There are not free resources for the parent.

There are no affordable care-facilities and the cheap ones are tantamount to prison.

The house is too small to bring the parent into and both adults work, who would look after the parent?

Hiring help is too expensive.

What does that family do?

This is what we are seeing more and more. This is becoming a burgeoning problem of epic proportions but nobody seems to be doing anything to off set the disaster that will occur.

The only possible outcome in the above scenario would be to put the parent in a really awful care-facility that was still expensive and was well below par in terms of what you would ever wish your parent to experience. It would literally torture those who loved that parent and make that parents last years horrendous.

The only other outcome for those who could not live with themselves, would be that one adult in the family (if there were even two adults to begin with) would give up working. That would impact all members of the family and create a financial crisis. The kids couldn’t afford college. If the parent were a single parent as so many are, they would not be able to quit working, therefore this option would not even exist.

Can you imagine being FORCED to put your parent in a home that has feces on the floors, a record of patient abuse and rape, and where the patients are restrained and ignored?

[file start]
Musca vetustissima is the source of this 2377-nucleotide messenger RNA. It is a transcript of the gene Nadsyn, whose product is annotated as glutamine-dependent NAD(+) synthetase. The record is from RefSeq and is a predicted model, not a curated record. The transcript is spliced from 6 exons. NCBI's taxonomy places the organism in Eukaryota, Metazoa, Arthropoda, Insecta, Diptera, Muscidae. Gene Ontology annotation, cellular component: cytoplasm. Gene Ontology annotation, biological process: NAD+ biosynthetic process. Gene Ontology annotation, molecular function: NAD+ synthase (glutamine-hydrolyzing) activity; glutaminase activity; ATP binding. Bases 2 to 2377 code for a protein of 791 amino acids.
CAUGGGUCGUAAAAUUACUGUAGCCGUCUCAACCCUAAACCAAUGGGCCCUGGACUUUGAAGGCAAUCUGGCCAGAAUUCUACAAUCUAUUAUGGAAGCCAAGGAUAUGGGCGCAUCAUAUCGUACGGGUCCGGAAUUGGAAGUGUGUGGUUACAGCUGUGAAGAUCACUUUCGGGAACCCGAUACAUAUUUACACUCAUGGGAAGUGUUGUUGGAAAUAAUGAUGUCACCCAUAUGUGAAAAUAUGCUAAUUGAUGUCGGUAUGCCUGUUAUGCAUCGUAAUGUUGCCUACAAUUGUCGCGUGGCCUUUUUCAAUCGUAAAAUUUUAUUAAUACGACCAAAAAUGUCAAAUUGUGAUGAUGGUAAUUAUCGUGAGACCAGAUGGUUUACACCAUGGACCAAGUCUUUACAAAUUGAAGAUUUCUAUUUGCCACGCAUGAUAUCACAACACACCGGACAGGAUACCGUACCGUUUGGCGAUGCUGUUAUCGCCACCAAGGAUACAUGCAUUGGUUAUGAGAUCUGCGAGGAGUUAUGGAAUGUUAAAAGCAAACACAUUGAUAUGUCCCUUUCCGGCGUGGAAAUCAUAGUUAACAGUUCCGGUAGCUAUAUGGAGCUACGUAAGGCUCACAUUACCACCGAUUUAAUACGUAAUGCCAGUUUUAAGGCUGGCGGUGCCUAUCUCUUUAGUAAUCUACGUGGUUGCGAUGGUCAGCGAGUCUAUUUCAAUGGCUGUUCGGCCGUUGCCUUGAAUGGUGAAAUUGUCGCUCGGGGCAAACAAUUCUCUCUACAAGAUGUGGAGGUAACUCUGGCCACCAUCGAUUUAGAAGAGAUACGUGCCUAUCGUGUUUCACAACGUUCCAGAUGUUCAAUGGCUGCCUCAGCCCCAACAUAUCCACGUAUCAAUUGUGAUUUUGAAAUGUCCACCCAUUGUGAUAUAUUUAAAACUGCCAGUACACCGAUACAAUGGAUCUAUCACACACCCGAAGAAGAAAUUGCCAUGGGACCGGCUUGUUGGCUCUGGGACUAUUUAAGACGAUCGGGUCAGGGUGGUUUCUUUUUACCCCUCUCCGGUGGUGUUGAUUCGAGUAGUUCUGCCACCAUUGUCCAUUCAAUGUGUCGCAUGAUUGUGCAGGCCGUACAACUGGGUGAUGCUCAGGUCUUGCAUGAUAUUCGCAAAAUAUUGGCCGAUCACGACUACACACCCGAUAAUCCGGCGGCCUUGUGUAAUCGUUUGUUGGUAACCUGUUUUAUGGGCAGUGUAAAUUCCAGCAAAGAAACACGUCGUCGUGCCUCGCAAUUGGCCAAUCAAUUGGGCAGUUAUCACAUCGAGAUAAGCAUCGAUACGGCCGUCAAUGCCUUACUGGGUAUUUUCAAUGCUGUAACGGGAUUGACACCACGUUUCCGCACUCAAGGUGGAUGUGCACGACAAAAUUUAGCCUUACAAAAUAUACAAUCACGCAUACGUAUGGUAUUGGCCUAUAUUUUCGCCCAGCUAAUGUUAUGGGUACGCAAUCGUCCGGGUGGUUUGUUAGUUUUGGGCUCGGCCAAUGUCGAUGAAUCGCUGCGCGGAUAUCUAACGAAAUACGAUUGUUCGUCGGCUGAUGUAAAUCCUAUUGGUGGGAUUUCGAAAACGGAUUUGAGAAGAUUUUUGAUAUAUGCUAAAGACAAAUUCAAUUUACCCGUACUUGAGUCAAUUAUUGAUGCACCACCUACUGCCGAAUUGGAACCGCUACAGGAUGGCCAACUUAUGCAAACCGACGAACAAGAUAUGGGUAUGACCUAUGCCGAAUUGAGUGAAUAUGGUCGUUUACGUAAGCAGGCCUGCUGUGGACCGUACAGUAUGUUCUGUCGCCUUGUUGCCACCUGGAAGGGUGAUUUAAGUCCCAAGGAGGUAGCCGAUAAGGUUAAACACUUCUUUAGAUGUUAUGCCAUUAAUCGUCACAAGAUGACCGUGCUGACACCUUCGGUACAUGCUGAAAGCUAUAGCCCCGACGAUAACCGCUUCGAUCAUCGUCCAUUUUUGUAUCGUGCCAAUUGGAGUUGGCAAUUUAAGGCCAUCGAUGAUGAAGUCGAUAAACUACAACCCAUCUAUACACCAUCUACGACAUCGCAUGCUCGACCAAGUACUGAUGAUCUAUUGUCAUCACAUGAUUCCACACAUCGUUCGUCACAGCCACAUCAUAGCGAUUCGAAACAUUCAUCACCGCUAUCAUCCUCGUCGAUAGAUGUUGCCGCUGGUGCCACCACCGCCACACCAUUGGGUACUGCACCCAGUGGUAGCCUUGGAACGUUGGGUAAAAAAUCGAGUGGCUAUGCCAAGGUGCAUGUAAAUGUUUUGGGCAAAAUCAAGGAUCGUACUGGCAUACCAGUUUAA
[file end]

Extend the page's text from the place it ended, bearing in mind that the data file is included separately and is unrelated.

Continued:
It may come to that and it may come to kids euthanizing their parents out of feelings of hopelessness and despair. If that sounds melodramatic, believe me when I tell you not only have I witnessed that but I predict it based upon the lack of other options.

Despite this nothing is being done and increasingly, carers are effectively giving up their lives, their financial security, and their other responsibilities such as parenting and working, to care for elderly (and sometimes surprisingly youthful) members of their family with Alzheimer’s.

The long-term impact of this hasn’t been properly evidenced yet but it will and is revealing itself. Our generations have less savings, less security and less money than our predecessors and this will be a house of cards.

The mental health impact of caring for loved ones with such diseases can cause the carer to resent even those they deeply love and also cause depression, anxiety, feelings of helplessness, isolation, guilt, inadequacy, panic, anger, and other negative mental feelings that can impact the effectiveness of the care and the carers own personal life.

As much as we may as a nation be against anything with the word ‘socialized’ what alternative exists but some socialized healthcare whereby we have resources to care for these expected high populations?

Likewise, where are our resources for carers such as social workers and nurses who can at least, take some of the pressure off 24 hour care.

Even those countries with socialized healthcare are experiencing an unpresidented rise in patient need and struggling to cover this. Imagine what will happen in ten or twenty years time when our workforce will be negatively impacted, our economy will flounder and people’s mental health will be affected by this pandemic. What are we really doing to prepare for that? Why isn’t this considered of crucial importance but we can find time to pour money into one-sided wars in far-flung countries? Are our priorities very wrong?